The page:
At one point during the Latin Recording Academy’s Person of the Year dinner in honor of Spanish singer/songwriter Joan Manuel Serrat on Wednesday night, a video was shown featuring multiple artists singing his 1971 hit “Mediterráneo” (Mediterranean). They spanned styles and decades, from Ana Belén to Lolita to Joaquín Sabina.
It was one of those musical moments that are incomprehensible to those not familiar with the Spanish-language songbook and the breadth of his repertoire, a catalog that spans generations and countries and still remains relevant.
When Serrat himself got up to sing the track, it fully drove home the scope of his influence as an artist who is still performing and whose songs are still being performed nearly 50 years after they’ve been written.
“I’ve spent 50 years writing songs,” said Serrat in his acceptance speech at the Mandalay Bay Convention Center. “I sing because I love to sing. I haven’t met any colleagues who didn’t share that pleasure.”
The pleasure was shared throughout the evening by more than a dozen acts, from veterans like Joaquin Sabina (who has toured and recorded multiple times with Serrat) to superstars like Juanes to newcomers like Debi Nova, underscoring Serrat’s appeal to all ages and demographics.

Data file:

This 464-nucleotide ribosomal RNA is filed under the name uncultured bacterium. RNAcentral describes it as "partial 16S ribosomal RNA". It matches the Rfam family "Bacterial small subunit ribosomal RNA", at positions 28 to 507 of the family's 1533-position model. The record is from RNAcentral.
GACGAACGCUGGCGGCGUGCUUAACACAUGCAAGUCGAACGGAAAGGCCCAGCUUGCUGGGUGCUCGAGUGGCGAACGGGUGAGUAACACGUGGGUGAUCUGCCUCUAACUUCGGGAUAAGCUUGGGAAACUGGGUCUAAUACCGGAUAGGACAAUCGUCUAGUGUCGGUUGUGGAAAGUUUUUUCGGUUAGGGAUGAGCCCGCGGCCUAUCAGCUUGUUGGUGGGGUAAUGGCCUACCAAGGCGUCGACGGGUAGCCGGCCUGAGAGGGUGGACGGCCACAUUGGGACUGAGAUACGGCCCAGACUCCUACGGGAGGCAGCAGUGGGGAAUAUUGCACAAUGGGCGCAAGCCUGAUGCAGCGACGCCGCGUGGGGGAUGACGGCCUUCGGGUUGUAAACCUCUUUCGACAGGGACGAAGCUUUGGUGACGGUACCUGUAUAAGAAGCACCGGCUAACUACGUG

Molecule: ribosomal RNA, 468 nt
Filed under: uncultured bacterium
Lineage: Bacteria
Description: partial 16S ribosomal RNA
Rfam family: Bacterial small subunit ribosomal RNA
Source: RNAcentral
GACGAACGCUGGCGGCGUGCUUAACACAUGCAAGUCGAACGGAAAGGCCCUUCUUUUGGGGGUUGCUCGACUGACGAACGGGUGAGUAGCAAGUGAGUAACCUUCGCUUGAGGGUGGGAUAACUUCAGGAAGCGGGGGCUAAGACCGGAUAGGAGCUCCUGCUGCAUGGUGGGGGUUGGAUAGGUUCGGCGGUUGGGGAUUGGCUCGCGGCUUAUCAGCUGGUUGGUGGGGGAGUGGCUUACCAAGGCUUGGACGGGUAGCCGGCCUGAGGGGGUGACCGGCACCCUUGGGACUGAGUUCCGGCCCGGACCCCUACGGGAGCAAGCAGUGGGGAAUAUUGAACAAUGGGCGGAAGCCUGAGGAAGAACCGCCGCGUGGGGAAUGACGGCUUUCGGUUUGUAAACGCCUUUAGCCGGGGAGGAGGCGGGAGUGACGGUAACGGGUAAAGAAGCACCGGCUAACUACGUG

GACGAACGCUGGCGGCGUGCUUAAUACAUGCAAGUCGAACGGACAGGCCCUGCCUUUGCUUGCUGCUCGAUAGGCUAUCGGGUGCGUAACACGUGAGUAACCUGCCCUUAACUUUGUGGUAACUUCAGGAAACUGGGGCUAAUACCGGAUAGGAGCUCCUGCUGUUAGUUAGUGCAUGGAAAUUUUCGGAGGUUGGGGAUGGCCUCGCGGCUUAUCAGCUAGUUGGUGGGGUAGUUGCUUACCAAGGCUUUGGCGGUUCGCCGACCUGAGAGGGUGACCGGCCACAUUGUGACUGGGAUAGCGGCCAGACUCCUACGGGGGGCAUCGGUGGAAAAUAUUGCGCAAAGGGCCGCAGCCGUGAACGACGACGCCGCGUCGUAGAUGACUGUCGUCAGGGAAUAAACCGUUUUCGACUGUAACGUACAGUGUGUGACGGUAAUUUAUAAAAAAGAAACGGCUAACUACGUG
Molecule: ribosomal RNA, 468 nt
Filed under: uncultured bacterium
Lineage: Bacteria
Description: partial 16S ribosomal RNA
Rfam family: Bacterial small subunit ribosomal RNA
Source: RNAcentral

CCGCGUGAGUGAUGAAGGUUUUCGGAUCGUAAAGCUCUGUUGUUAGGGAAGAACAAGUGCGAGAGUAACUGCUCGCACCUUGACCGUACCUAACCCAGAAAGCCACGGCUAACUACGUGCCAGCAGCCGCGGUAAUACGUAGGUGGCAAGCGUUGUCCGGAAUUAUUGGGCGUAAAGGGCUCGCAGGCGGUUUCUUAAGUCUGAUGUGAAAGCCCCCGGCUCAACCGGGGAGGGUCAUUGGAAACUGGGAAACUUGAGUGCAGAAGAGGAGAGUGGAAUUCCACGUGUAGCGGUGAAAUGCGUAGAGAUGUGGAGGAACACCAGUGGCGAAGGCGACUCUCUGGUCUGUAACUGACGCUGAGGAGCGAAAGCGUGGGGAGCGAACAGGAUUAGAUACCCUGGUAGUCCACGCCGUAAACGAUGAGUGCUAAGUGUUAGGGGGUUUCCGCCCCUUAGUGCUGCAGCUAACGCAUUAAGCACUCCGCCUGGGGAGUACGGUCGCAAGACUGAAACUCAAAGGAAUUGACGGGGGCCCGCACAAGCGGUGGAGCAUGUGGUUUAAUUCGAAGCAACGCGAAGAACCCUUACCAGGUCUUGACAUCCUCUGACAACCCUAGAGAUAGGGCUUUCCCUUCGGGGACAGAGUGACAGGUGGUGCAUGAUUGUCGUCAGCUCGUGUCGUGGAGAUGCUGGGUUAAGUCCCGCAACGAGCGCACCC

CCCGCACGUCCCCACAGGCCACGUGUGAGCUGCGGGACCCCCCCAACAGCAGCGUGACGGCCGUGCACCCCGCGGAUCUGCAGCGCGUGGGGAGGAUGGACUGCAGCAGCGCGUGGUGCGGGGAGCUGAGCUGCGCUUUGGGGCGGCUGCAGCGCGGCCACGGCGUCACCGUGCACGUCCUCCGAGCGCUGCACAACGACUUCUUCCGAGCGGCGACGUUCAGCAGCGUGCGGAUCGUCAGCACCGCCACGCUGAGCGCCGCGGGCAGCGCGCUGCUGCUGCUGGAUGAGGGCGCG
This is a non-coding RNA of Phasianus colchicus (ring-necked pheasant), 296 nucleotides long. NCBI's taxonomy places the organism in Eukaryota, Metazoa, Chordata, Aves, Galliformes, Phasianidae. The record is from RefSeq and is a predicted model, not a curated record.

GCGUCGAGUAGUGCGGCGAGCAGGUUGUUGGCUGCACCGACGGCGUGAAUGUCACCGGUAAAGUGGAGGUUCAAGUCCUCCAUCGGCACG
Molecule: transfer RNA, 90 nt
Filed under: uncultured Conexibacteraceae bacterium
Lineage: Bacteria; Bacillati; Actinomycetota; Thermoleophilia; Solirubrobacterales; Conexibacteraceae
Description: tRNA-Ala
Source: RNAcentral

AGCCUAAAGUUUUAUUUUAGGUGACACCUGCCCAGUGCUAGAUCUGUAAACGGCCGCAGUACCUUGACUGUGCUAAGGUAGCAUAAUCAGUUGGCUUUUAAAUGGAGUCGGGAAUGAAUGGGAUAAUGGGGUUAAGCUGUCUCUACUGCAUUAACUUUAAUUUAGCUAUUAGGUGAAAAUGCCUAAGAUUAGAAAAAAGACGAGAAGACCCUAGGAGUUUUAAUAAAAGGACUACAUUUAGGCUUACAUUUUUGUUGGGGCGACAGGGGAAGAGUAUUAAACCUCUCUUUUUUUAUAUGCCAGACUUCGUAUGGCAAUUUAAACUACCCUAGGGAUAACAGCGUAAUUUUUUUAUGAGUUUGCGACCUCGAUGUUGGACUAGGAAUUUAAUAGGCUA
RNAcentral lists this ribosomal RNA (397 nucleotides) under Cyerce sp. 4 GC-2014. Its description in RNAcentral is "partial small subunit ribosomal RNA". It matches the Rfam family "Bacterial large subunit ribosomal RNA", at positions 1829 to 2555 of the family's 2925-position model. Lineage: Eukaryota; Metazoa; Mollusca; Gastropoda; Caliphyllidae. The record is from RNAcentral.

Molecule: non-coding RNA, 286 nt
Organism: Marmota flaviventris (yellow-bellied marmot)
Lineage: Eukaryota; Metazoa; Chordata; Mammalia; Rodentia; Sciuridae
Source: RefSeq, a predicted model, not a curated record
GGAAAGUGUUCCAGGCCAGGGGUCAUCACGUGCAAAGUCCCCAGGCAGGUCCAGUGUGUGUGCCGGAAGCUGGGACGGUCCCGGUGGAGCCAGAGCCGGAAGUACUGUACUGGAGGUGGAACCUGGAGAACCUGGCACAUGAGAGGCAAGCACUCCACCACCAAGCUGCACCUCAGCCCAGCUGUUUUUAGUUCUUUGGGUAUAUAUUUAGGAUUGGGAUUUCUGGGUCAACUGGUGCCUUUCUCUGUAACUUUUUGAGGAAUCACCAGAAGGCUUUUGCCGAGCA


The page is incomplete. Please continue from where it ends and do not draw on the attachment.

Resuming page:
Spanish star Miguel Bosé performed “Lucía,” a song Serrat wrote for Bosé’s mother, the actress Lucia Bose. After performing “Penélope,” Spanish singer Natalia Jiménez told Serrat how, when she went to make her fortune as a singer in Mexico, her father wrote the words to Serrat’s song “Que Va A Ser De Tí” (What Will Become of You) inside her guitar case.
“So I carried my dad close to me through you,” she said.
Other performers included Panama’s Ruben Blades, Argentina’s Diego Torres — who sang with Spain’s India Martínez — the trio of Soledad, Niña Pastori and Lila Downs, Pablo Alborán (fresh from his debut at No. 1 on the Latin Pop Albums chart), Tania Libertad (who sand “Caminante no hay camino” with Axel) and Jorge Drexler. A high point was Vicentico — who flew in from Argentina exclusively to sing for Serrat — performing “Algo Personal” alongside a rapping René Perez of Calle 13.
The Mandalay Bay Convention center, possibly the biggest venue where the Person of the year has been housed, was filled to capacity. With tables seating over 1100, it was the best-attended Person of the Year event since its inception.
Serrat, who will celebrate 50 years since his first public performance this coming February, just released Antología Desordenada (Disorganized Anthology) on Sony, a four-CD set of 50 of some of his biggest hits, most re-recorded, including 31 duets with different artists.